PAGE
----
Nanodiamond or hyperdiamond was produced by compression of graphite in 2003 by a group of researchers in Japan and in the same work, published in Nature, it was shown to be much harder than bulk diamond. Later it was also produced by compression of fullerene and confirmed to be the hardest and least compressible known material, with an isothermal bulk modulus of 491 gigapascals (GPa), while a conventional diamond has a modulus of 442–446 GPa; these results were inferred from X-ray diffraction data, which also indicated that ADNRs are 0.3% denser than regular diamond. The same group later described ADNRs as "having a hardness and Young's modulus comparable to that of natural diamond, but with 'superior wear resistance'".
A <111> surface (normal to the largest diagonal of a cube) of pure diamond has a hardness value of 167±6 GPa when scratched with a nanodiamond tip, while the nanodiamond sample itself has a value of 310 GPa when tested with a nanodiamond tip. However, the test only works properly with a tip made of harder material than the sample being tested due to cracking. This means that the true value for nanodiamond is likely lower than 310 GPa. Due to its hardness, a hyperdiamond could possibly exceed 10 on the Mohs scale of mineral hardness.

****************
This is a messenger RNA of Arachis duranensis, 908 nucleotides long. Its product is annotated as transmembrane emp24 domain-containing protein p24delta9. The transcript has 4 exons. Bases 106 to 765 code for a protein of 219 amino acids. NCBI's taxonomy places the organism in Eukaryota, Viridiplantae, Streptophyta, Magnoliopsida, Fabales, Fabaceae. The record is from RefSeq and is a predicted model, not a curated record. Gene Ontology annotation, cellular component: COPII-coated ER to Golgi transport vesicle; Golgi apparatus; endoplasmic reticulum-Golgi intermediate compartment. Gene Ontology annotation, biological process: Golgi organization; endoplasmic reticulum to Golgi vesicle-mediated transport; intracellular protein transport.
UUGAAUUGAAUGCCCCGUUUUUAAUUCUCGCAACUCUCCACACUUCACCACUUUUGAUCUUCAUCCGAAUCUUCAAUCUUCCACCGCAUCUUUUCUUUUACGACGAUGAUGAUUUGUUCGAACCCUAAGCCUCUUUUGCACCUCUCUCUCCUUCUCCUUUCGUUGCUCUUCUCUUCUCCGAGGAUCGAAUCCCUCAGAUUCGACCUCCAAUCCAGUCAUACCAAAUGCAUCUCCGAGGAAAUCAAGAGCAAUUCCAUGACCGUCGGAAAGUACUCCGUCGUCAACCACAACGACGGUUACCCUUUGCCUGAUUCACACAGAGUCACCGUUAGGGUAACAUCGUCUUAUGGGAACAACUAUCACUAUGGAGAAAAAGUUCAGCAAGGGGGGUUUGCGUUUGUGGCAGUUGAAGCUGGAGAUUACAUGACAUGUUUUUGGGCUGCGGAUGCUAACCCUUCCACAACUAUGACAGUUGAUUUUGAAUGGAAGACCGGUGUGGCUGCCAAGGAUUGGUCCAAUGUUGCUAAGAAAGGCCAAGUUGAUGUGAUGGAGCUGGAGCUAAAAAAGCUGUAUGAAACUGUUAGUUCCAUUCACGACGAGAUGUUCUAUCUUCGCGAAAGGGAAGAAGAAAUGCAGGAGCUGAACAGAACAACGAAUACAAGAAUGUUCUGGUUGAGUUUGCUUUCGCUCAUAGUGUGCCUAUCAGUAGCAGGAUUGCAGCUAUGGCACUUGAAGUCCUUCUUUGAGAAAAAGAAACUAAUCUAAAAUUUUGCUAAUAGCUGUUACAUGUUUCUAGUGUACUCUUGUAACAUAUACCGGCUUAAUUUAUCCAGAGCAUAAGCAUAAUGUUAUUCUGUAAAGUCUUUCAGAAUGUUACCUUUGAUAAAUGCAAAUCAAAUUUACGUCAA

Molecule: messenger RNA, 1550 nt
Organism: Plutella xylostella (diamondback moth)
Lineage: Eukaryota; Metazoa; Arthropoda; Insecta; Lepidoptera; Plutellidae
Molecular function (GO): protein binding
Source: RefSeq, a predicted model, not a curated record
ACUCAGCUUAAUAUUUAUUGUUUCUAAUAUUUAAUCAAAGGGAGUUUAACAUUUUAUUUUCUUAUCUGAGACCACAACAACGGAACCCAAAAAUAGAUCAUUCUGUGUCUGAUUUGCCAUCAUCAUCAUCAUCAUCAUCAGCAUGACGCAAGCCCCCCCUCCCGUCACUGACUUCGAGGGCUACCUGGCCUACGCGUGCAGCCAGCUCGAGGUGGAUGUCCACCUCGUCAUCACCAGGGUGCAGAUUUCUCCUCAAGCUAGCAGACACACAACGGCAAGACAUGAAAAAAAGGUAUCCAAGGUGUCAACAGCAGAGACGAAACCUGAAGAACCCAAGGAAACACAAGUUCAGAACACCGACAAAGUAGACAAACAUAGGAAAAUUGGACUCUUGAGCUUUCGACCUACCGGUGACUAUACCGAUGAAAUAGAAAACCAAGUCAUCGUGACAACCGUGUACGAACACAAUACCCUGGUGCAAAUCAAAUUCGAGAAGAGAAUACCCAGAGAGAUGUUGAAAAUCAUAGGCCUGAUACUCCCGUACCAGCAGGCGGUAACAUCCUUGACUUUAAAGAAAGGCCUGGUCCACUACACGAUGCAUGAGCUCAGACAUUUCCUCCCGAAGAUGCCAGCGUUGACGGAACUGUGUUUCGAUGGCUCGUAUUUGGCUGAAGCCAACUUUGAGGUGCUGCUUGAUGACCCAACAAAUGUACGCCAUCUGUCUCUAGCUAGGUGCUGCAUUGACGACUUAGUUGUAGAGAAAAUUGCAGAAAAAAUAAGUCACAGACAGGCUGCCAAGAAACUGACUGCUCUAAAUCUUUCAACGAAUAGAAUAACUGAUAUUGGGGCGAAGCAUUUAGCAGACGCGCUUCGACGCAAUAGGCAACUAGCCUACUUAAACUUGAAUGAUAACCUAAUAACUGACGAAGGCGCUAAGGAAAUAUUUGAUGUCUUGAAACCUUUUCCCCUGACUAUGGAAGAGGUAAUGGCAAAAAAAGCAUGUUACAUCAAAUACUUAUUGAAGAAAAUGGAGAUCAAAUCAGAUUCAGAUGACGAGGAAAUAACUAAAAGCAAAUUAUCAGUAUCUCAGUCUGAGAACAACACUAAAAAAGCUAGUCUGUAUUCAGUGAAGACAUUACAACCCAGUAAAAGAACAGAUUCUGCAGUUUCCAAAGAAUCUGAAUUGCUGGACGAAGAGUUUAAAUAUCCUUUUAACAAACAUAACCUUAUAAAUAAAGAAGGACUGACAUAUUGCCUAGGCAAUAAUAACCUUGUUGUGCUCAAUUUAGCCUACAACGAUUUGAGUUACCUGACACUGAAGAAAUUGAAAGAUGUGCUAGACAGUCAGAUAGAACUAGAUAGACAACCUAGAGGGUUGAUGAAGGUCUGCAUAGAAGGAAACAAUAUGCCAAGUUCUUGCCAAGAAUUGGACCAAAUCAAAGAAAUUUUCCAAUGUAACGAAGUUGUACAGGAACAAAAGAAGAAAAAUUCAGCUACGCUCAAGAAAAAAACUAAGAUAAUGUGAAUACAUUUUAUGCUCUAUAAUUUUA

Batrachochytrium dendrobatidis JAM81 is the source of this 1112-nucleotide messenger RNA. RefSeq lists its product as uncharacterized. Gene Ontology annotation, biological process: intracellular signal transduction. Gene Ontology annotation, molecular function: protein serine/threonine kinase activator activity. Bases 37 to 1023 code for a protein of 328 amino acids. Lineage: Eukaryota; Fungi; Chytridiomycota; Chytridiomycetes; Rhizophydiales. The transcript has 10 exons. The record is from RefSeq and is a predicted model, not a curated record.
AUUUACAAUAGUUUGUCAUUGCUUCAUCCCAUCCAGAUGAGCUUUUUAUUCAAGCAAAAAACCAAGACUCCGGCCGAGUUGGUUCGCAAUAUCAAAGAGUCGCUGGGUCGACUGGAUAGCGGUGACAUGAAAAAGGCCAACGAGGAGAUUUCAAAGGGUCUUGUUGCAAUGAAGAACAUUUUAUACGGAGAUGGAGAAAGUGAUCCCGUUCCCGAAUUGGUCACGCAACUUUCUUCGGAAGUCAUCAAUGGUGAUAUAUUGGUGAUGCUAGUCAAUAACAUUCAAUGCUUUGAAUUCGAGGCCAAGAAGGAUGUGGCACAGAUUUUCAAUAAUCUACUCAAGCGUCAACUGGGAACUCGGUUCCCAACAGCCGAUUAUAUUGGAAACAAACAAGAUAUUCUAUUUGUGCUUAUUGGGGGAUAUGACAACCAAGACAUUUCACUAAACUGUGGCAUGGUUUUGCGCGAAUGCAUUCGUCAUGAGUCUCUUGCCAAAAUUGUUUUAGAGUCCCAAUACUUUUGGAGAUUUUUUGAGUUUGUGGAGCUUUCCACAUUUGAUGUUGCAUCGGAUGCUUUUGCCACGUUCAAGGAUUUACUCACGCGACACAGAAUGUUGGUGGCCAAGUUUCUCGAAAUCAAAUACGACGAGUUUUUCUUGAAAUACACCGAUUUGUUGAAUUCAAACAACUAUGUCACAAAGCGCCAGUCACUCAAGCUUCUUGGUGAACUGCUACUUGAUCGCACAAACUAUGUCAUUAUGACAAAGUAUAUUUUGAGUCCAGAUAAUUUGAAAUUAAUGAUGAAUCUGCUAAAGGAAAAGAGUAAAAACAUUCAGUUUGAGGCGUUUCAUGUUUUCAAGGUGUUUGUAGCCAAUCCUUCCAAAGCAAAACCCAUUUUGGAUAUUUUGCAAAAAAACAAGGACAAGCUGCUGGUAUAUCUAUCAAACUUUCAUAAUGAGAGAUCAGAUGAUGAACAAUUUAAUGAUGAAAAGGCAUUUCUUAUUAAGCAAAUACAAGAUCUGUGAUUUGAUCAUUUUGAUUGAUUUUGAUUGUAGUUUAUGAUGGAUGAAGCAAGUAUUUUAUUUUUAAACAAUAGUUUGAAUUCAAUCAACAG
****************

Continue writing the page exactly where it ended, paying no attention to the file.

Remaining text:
ADNRs (hyperdiamonds/nanodiamonds) are produced by compressing fullerite powder—a solid form of allotropic carbon fullerene—by either of two somewhat similar methods. One uses a diamond anvil cell and applied pressure ~37 GPa without heating the cell. In another method, fullerite is compressed to lower pressures (2–20 GPa) and then heated to a temperature in the range of 300 to 2,500 K (27 to 2,227 °C). Extreme hardness of what now appears likely to have been nanodiamonds was reported by researchers in the 1990s. The material is a series of interconnected diamond nanorods, with diameters of between 5 and 20 nanometres and lengths of around 1 micrometre each.
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